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      Missionary's death prompts DPS to reissue Mexico travel warning

      Nancy Davis File Photo

      The death of a Rio Grande Valley missionary has prompted the Texas Department of Public Safety (DPS) to repeat a warning asking Texans to avoid traveling to Mexico.

      In statement issued on Friday afternoon, DPS officials cited the death of 59-year-old Monte Alto woman Nancy Davis as the most recent in a string of violent events south of the border.

      The agency also cited the Falcon Lake death of David Hartley, the bus hijacking death of UTB student Jonathon Torres and the kidnapping of five people in Nuevo Laredo in September as other examples.

      DPS has issued warnings against travel in Mexico four times in the past year, as violence in many parts of Mexico has increased.

      Friday's warning urged Winter Texans and others to consider that the DPS cannot guarantee their safety once they cross the border.

      We recognize people travel and vacation in Mexico on a daily basis, but the increase in violence is a reality. Recent events show that drug-related violence does not spare innocent bystanders and that criminals will attack tourists, said DPS Director Steven C. McCraw in the statement.

      January 28, 2011DPS repeats warning to avoid travel to Mexico

      The Texas Department of Public Safety is again warning Texans to avoid traveling to Mexico in light of recent violent events in and around Tamaulipas State.

      We know that many of our Winter Texans enjoy traveling to Mexico, but they should understand that we cannot guarantee their safety after they cross the border, said Steven C. McCraw, DPS director. If violence does occur, we cannot guarantee that anyone will be brought to justice for those acts.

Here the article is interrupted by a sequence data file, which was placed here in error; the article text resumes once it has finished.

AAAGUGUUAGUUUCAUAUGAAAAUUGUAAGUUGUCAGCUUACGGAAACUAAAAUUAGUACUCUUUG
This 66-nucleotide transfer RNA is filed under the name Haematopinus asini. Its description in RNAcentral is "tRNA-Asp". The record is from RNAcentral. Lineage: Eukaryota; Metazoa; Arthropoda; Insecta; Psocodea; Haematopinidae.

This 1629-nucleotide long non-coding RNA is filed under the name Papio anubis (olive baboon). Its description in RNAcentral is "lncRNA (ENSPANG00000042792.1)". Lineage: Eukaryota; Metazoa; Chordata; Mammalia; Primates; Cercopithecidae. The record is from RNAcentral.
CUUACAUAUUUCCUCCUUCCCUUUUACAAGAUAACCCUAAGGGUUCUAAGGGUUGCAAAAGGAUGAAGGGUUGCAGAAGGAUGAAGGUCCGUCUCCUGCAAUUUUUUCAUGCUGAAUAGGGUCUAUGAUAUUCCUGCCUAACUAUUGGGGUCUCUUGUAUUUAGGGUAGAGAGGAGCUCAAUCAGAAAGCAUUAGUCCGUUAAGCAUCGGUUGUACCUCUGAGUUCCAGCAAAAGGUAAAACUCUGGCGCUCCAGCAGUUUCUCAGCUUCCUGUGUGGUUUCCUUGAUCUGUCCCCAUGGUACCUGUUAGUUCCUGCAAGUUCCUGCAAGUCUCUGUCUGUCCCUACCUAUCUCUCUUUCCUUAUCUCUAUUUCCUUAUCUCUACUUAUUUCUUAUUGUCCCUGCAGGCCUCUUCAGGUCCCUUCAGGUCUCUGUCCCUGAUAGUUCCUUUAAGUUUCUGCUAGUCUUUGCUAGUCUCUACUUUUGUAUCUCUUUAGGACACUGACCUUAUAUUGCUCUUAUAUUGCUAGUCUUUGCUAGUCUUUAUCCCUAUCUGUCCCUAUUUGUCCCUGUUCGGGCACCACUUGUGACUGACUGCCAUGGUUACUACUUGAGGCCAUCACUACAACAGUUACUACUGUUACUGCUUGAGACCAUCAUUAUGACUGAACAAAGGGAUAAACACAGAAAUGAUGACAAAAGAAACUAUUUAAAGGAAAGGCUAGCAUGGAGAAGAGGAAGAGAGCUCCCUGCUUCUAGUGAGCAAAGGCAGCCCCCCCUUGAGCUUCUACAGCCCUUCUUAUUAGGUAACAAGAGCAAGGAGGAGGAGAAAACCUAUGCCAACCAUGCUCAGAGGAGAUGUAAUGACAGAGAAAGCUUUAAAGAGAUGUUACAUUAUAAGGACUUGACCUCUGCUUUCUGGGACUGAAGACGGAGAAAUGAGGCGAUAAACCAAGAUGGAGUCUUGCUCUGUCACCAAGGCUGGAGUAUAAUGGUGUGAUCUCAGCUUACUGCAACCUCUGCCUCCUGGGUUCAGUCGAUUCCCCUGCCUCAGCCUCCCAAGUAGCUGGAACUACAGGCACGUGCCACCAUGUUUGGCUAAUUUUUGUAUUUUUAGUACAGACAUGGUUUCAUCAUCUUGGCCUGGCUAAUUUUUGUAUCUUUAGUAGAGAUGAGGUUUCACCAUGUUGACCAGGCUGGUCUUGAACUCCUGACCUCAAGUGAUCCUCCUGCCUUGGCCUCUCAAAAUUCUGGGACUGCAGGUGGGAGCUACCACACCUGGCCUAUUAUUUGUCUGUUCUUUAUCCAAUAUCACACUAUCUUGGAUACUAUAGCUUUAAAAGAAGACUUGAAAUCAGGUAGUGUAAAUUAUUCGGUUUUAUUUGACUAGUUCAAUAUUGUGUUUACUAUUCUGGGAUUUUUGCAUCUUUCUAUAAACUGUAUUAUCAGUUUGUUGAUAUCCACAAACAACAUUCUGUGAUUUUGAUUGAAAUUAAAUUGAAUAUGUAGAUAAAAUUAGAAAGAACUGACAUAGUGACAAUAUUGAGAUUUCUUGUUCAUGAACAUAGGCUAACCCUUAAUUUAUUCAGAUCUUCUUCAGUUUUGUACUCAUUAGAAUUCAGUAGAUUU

A Texas missionary was killed earlier this week as she and her husband attempted to escape from a number of men trying to stop them. The men opened fire on the couple, striking the woman in the head. Other recent violent events along the border include the shooting of an American on the Mexican side of Falcon Lake in late September the killing of a University of Texas-Brownsville student in October and the suspected abduction of four men from San Marcos and a 14-year-old from Chicago who were visiting Nuevo Laredo in late November.

      DPS has issued warnings against travel in Mexico four times in the past year, as violence in many parts of Mexico has increased.

      We recognize people travel and vacation in Mexico on a daily basis, but the increase in violence is a reality. Recent events show that drug-related violence does not spare innocent bystanders and that criminals will attack tourists, McCraw said.

      In an early January statement, the U.S. Consulate in Matamoros advised U.S. citizens traveling in Tamaulipas to be aware of numerous reported crimes against American citizens in the area. Many carjackings have been reported along Carreterra Federal 101, which runs from Ciudad Victoria to San Fernando.

      The statement encourages U.S. citizens living or traveling in Mexico to register with the nearest U.S. Embassy or Consulate through their website at https://travelregistration.state.gov/ibrs/ui/.

      Travelers should always check the U.S. State Department website for the most up-to-date information related to security issues in Mexico. (See http://travel.state.gov/travel/cis_pa_tw/cis/cis_970.html or http://mexico.usembassy.gov/eng/eacs_MexicoSecurityUpdate.html.)

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